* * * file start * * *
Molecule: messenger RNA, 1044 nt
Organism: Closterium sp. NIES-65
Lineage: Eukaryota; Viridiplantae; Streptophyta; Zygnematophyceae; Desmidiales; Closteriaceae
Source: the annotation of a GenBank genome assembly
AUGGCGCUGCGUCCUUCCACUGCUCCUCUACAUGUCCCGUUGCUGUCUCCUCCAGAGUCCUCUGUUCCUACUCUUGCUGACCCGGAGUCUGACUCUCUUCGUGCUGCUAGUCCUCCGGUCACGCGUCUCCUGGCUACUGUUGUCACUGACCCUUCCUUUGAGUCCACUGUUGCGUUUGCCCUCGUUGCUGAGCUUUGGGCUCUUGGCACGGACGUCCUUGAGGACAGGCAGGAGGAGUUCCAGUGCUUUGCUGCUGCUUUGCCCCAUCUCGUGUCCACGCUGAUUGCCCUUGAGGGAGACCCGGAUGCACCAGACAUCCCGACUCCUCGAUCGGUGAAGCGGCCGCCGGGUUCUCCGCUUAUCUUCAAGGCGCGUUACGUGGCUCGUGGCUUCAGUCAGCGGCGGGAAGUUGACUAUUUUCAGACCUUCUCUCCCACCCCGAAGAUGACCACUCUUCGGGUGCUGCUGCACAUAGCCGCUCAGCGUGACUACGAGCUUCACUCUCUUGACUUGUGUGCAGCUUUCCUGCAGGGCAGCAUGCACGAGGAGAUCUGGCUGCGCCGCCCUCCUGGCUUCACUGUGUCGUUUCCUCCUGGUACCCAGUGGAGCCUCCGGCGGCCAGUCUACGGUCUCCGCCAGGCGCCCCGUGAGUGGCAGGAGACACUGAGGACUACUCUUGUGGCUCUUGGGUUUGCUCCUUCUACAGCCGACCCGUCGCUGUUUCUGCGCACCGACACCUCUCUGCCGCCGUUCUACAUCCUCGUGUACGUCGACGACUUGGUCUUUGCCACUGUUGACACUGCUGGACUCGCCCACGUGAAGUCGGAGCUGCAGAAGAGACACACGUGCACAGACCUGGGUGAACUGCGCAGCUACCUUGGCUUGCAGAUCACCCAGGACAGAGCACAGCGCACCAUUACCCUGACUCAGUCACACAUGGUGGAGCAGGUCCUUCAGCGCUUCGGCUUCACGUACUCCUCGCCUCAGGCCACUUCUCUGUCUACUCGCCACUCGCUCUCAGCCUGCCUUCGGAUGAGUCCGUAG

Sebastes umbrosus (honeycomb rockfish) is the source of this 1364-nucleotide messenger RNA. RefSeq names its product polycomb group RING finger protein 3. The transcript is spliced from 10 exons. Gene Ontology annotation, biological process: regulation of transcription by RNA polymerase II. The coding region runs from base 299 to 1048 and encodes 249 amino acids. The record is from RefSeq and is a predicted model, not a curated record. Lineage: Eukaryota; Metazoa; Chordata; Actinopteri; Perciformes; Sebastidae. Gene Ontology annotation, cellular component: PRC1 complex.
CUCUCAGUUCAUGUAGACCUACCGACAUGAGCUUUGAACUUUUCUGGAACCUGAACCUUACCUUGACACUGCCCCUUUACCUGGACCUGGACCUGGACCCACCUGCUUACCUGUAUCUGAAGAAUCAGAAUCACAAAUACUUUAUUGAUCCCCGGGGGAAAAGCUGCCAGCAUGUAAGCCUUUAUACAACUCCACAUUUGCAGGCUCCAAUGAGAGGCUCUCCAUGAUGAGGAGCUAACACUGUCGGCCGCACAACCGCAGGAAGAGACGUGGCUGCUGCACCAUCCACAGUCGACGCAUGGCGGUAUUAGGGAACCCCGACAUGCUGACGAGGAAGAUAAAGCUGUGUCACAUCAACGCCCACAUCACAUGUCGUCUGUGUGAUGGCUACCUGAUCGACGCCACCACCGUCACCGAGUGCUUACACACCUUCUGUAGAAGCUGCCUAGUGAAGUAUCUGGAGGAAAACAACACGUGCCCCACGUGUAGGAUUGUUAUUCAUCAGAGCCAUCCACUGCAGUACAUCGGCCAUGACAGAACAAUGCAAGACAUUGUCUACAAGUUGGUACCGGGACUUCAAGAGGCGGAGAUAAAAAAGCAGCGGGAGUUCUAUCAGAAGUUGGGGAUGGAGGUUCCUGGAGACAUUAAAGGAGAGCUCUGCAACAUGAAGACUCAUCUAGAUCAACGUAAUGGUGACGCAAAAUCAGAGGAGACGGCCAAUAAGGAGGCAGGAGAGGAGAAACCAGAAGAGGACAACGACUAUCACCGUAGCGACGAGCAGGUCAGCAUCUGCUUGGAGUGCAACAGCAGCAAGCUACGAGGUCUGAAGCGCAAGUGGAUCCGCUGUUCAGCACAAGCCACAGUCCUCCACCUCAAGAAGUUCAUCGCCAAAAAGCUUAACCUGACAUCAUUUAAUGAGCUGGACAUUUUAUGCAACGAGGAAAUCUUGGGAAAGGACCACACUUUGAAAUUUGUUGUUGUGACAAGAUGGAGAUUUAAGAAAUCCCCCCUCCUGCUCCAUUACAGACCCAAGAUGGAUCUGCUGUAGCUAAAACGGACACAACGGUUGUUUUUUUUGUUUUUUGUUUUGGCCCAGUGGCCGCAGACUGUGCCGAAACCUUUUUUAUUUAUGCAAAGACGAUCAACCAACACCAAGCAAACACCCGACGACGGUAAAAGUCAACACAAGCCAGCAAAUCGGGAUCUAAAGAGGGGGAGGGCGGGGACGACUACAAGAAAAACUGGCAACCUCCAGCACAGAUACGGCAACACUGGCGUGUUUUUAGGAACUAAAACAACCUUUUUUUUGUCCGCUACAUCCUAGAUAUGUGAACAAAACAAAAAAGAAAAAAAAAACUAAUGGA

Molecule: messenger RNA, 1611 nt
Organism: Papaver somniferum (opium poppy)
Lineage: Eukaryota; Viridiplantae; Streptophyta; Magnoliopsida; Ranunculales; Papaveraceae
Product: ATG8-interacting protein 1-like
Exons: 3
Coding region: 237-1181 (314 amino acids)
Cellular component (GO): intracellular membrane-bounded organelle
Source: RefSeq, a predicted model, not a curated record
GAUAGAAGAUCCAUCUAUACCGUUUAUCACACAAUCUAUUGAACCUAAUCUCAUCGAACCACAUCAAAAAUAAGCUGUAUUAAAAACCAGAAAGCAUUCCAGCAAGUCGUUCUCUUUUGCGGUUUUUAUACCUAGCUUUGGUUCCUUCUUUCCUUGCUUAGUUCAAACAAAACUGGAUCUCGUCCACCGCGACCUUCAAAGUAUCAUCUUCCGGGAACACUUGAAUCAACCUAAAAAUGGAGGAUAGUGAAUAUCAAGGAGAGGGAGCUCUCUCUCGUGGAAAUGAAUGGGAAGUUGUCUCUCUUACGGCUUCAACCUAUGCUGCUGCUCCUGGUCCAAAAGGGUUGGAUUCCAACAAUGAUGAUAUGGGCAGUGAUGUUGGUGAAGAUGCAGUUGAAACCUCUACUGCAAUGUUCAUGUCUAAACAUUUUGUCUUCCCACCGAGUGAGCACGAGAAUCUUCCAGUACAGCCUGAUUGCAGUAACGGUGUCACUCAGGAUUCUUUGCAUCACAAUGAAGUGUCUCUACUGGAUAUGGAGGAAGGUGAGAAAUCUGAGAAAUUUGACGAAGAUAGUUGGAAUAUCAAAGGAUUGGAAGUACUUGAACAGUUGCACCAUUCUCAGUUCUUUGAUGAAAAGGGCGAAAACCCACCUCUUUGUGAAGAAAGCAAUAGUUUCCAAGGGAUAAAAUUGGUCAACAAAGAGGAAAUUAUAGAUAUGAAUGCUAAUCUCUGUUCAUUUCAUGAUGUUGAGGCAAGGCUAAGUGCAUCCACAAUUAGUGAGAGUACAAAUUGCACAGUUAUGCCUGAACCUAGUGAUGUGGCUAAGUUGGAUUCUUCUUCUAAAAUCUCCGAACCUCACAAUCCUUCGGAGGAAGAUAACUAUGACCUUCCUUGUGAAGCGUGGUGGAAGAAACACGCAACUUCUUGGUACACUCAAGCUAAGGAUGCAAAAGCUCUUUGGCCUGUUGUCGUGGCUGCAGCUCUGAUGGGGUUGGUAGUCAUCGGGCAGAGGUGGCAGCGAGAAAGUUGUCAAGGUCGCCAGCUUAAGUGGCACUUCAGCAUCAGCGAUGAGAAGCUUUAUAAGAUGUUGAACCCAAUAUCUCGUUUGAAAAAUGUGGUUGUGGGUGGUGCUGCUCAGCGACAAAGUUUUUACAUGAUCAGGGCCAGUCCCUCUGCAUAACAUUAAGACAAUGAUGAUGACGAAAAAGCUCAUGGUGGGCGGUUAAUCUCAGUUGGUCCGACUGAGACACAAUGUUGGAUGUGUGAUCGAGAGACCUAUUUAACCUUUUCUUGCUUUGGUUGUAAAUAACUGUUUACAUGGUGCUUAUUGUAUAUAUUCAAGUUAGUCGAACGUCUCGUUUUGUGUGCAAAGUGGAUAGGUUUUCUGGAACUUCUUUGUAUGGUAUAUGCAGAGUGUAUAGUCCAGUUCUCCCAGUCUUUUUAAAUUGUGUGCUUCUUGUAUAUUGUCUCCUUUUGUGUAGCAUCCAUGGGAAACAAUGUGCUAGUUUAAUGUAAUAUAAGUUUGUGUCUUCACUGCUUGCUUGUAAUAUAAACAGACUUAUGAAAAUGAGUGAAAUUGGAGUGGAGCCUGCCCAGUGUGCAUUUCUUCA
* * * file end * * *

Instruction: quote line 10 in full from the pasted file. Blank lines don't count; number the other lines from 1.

Lineage: Eukaryota; Viridiplantae; Streptophyta; Magnoliopsida; Ranunculales; Papaveraceae